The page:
The Legacy of Isis Part 5

lord, for your soul.  I can see demons hovering round you ready to drag you screaming down to hell.’

He threw back his head and laughed.  ‘Well done, Mrs Shelley. You are learning fast.’  He stepped towards her.  ‘Alas, I can’t spend much longer debating this point with you.  Where is the ampulla?’

‘In London.’ She returned his smile  ‘In safe keeping.’

‘We’ll go there.  Now.’

‘Now?’ She stared at him.  ‘I don’t think so.  How do you propose to transport us there?’

‘The same way we came here.’ His voice was grim.  He reached for her wrist, but she jumped back.  ‘No. No more. I’m going nowhere with you.’ She grabbed at the lamp base and lifted it high.  ‘Stand away from me, or I will throw this in amongst your precious collection.  I mean it.  Stand right away.’

His face went white.’ Be careful!  Some of these things are priceless. Please put that down.’

‘I don’t think so.’ The lamp was heavy.  She wasn’t going to be able to  hold it much longer.

As he lunged towards her with a cry of fury she half dropped half flung it into the glass topped cabinet. The glass shattered and a stream of burning oil ran between the priceless artefacts in the case.  In  seconds the more fragile had caught alight  and a sheet of flame shot up.  She heard Carstairs shout, saw him leap towards the flames, then she turned and ran towards the door.

It was locked.  Dragging at the handle she heard herself beginning to sob as the heat engulfed her and then slowly for the second time that night  all went black.


‘Mrs Shelley?  Mrs Shelley! I’ve brought your hot water.’

The voice was  persistent, dragging her into wakefulness.  ‘Mrs Shelley, it’s late.  Lady Douglas was worried.’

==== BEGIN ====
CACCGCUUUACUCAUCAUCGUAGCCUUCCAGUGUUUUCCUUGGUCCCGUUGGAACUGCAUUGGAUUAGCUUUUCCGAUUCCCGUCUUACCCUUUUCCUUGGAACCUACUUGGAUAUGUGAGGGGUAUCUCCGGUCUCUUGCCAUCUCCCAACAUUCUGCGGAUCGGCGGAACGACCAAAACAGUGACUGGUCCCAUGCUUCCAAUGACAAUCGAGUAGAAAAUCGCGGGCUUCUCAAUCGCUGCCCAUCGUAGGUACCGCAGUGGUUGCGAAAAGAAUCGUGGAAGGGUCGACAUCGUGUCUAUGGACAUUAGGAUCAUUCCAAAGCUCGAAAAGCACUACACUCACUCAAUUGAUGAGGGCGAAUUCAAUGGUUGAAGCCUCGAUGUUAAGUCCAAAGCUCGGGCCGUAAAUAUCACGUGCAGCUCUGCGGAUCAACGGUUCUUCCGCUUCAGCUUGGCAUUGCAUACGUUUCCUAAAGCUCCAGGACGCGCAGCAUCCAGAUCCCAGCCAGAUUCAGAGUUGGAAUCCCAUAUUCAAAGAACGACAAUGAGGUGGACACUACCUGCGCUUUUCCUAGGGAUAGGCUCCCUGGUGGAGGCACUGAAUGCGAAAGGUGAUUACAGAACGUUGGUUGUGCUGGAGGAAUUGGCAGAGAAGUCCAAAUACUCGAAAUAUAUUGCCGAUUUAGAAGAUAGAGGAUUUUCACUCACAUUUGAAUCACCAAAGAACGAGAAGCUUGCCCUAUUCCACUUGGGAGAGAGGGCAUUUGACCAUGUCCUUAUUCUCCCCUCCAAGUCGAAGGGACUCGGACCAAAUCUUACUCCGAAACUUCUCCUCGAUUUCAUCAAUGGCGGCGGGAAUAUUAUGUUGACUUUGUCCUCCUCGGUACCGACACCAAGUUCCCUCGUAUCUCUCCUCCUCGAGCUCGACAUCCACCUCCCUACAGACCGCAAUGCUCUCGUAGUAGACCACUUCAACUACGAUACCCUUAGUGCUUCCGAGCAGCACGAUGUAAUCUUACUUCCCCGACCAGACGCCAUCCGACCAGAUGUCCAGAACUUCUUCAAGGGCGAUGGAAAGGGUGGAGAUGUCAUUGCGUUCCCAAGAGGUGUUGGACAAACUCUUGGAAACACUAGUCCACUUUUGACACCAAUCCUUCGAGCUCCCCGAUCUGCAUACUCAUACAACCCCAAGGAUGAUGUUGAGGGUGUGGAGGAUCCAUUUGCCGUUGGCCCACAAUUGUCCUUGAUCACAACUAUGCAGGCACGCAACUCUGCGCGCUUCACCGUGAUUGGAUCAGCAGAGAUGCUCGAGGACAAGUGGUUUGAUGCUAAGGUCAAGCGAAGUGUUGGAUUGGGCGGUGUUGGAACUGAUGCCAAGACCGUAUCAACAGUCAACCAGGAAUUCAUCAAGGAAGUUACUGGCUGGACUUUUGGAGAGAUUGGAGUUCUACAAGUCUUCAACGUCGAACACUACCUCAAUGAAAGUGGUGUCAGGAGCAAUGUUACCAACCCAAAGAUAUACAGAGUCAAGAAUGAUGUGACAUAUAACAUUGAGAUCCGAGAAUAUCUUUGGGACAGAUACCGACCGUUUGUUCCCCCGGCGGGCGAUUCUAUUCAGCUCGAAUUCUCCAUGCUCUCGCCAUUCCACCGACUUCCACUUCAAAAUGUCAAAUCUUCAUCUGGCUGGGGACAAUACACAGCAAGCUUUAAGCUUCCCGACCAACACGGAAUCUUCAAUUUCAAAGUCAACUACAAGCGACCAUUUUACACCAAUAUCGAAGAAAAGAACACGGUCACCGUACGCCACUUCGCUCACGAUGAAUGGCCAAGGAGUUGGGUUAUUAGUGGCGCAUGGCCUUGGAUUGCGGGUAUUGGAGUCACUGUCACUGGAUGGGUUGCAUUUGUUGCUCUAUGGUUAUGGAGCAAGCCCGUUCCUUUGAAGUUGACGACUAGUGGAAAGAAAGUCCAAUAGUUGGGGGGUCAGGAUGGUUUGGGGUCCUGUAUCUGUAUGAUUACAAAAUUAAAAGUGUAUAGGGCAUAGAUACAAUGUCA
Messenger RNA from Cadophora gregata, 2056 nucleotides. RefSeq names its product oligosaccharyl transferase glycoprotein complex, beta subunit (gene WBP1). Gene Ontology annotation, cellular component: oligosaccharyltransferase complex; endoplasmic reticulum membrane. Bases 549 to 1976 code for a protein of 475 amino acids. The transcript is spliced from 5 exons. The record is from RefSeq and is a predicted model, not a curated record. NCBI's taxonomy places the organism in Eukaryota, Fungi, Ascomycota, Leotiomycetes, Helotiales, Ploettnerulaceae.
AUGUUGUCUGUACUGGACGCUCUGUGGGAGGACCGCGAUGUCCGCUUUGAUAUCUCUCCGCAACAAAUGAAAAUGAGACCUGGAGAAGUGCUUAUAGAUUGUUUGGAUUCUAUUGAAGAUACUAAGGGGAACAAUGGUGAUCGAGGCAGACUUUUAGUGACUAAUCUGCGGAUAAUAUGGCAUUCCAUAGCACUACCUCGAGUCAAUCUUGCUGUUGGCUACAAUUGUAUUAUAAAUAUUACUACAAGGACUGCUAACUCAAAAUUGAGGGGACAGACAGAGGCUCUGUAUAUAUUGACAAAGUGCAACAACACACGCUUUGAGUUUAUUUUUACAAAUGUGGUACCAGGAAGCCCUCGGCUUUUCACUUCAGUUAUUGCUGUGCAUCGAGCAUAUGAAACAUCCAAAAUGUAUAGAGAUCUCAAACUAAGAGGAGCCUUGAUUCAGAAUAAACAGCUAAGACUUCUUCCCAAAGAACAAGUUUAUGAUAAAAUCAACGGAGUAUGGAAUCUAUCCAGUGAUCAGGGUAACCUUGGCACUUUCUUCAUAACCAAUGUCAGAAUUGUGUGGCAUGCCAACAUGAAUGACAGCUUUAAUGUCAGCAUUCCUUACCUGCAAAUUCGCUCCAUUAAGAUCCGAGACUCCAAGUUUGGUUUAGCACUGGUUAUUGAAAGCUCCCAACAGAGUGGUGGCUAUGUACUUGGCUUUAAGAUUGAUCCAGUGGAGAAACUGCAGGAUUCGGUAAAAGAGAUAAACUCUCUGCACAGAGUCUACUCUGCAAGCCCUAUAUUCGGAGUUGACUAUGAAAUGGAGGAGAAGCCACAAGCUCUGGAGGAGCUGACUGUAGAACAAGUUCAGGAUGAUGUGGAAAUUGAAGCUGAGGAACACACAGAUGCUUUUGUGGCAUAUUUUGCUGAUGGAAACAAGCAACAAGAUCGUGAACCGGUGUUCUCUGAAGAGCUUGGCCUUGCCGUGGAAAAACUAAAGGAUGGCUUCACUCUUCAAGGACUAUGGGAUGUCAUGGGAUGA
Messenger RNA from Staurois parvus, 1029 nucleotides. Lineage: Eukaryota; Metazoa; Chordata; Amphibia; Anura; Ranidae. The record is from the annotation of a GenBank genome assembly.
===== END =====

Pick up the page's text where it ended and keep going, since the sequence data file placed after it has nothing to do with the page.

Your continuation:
Opening her eyes Louisa stared into the anxious face of the little Scots maid who was leaning over her bed.

‘Kirsty?’ Her head was thumping, her eyes and throat sore.  ‘I’m sorry.  I had such a nightmare. ‘ Somehow she managed to lever herself into a sitting position.  She stared round the room. Outside the sky was overcast.

‘There is a storm coming.’ Kirsty reached  down for her dressing gown and picked it off the floor.  ‘Thunder, can you hear it?  That’s the  nice weather gone  for a while.’ She glanced at Louisa’s face.  ‘Would you like me to bring you something, Mrs Shelley. You look terrible.’

Louisa managed a painful smile.  ‘I feel terrible.  I expect it’s the storm.  And the bad dream.’

She was remembering more and more.  Carstairs.  His threat to kill her.  The fire.  She stared down at her hands clutching the sheet.  The huge gold ring was still there on the forefinger of her right hand.

‘Louisa?’ Sarah’s voice in the doorway made both women look up.  Sarah bustled in, took one look at her guest and turned to the maid.  ‘Would you bring some coffee please, Kirsty.’

Kirsty bobbed a small curtsey and disappeared as Sarah pulled herself up onto the bed.  ‘Well? How did you sleep?  Not well, judging by the look of you.’ She leaned forward and pushed Louisa’s hair back off her flushed face.  ‘Did anything happen?’

‘Oh yes.’ Louisa gave a grim smile.  ‘I dreamed about him.  He came here and threatened me… and then …’ she hesitated.  ‘We were back in the museum.  He said he was going to kill me and I  overturned the lamp and set fire to his precious collection..’  She put her face in her hands.  ‘Oh, Sarah, it was awful. I can’t tell you how awful.’